Nowhere does Mr. Stern mention the ultimate measure of effectiveness, which is employee retention.

He seems so focused on chief executive officers that he can’t see the people, working hard underneath the machine, to make it all happen.What about us, Mister Stern? If the CEOs aren’t doing their jobs, shouldn’t we be unionizing and demanding better treatment and more accountability from the leadership? Isn’t this an employee empowerment issue, instead of a simple government oversight issue? The nonprofit IS its workers. WE are the ones who make it happen. WE deserve better payment, and focusing on people who make over a million at a hospital isn’t helping us reach empowerment any faster. It simply clouds the issue.

He does deign to mention development staff in an offhand way, by stating that NPR got a big gift because a staff person thought to reach out and make the connection to the McDonald’s fortune. But he is obviously sneering at the “accidental” nature of the gift, the biggest one in NPR’s history, because to him it seemed random.

This book-long attack does nothing for the sector except proves to people who thought nonprofits were wasteful that yes, they are wasteful and horrible.¬† We don’t need more books like this. This is why Dan Pallotta founded the Charity Defense Council. Because it’s easy to look at nonprofit failures and think, “the whole sector is shit!”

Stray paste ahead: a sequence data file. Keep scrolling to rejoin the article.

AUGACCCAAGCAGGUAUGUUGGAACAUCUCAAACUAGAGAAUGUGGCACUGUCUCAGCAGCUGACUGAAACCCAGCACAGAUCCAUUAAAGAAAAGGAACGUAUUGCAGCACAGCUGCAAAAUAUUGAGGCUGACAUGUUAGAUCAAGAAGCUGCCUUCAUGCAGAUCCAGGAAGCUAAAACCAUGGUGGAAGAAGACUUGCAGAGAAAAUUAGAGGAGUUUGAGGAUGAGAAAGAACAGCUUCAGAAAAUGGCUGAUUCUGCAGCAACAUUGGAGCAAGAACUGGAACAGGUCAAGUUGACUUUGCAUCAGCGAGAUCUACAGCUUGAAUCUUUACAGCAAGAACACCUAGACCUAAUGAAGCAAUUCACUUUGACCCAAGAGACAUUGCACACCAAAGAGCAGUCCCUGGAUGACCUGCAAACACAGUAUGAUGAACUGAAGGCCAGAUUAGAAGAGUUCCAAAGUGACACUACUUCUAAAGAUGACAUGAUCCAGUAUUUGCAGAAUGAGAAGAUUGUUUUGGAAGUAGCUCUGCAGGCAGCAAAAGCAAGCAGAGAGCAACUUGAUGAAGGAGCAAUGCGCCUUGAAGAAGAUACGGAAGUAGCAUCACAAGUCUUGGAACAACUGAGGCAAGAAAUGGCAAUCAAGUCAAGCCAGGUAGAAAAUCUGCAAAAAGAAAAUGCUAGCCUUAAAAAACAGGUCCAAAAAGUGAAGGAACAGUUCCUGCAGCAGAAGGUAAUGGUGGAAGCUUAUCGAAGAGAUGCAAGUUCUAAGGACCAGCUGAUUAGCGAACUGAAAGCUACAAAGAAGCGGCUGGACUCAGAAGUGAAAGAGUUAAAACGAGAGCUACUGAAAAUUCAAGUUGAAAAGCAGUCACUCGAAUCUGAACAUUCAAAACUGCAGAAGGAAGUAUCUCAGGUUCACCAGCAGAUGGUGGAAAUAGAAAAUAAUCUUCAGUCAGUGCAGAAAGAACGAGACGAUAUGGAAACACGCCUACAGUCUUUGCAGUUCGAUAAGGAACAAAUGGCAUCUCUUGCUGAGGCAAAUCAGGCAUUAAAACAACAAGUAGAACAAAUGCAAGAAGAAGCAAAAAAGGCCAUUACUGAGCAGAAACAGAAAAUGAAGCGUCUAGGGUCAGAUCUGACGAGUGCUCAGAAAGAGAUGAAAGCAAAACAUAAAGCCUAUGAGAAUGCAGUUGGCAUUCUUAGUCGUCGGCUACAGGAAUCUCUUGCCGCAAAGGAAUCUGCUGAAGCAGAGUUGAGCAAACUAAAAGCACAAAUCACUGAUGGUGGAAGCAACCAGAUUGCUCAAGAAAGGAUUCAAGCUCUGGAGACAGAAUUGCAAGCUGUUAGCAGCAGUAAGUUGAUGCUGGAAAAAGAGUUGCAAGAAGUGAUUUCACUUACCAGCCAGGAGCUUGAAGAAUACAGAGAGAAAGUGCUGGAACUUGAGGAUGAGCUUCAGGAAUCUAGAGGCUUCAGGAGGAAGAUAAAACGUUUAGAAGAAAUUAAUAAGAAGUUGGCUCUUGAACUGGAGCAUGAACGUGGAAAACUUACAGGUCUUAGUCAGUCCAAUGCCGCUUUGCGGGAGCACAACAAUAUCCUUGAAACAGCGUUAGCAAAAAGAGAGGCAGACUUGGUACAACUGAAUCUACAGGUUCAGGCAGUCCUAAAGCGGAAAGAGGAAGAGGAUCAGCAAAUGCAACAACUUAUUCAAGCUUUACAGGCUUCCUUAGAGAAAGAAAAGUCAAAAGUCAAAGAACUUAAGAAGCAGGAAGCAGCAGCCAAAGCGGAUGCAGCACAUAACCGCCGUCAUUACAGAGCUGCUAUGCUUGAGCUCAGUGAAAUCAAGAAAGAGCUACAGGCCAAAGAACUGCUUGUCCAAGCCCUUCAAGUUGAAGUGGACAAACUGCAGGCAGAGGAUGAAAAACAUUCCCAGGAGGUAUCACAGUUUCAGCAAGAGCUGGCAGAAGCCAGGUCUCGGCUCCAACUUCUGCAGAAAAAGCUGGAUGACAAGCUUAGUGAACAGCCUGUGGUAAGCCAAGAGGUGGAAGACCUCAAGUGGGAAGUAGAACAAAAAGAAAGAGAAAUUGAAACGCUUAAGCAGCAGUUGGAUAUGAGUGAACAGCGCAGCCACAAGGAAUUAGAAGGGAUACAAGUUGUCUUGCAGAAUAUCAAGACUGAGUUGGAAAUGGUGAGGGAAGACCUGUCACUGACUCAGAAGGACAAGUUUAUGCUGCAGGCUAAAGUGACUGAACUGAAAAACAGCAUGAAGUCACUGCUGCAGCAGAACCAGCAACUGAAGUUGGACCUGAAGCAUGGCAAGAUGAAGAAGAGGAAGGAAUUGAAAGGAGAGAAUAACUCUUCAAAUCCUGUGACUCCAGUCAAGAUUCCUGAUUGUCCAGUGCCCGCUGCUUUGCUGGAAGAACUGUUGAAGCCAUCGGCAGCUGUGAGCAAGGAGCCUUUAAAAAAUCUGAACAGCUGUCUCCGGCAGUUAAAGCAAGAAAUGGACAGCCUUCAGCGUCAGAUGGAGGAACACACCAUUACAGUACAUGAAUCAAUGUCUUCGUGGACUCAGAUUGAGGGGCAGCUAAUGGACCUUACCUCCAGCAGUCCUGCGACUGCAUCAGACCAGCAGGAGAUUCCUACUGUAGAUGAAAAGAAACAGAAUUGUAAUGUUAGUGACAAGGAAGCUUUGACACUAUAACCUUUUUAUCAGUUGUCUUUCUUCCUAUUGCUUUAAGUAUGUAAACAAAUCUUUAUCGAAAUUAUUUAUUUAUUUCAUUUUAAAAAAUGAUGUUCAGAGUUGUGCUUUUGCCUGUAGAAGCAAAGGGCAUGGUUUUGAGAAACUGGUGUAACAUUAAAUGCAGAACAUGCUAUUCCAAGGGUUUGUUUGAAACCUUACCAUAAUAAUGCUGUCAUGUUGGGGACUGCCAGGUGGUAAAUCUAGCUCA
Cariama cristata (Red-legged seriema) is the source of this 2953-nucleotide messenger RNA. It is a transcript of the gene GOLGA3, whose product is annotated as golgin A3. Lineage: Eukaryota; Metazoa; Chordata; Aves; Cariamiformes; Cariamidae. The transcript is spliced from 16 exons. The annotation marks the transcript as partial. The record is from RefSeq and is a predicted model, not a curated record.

Well, guess what? Nobody is looking at the thousands of business failures and saying, “Well, obviously capitalism isn’t working!”¬† or “We have so many corrupt businesses! We must vet them all individually to pick the best ones to frequent!”

charity case

I liked Charity Case a lot more because even though it says some of the same things that With Charity For All does, namely, establishing various ways for charities to be accountable, pay for performance, etc, it has a lot of action items in it, things we can do, right now, to start re-educating people about what makes a charity effective.
Bottom line: Pick up Charity Case. It has a bunch of stuff you can do to mobilize and help people trust nonprofits more.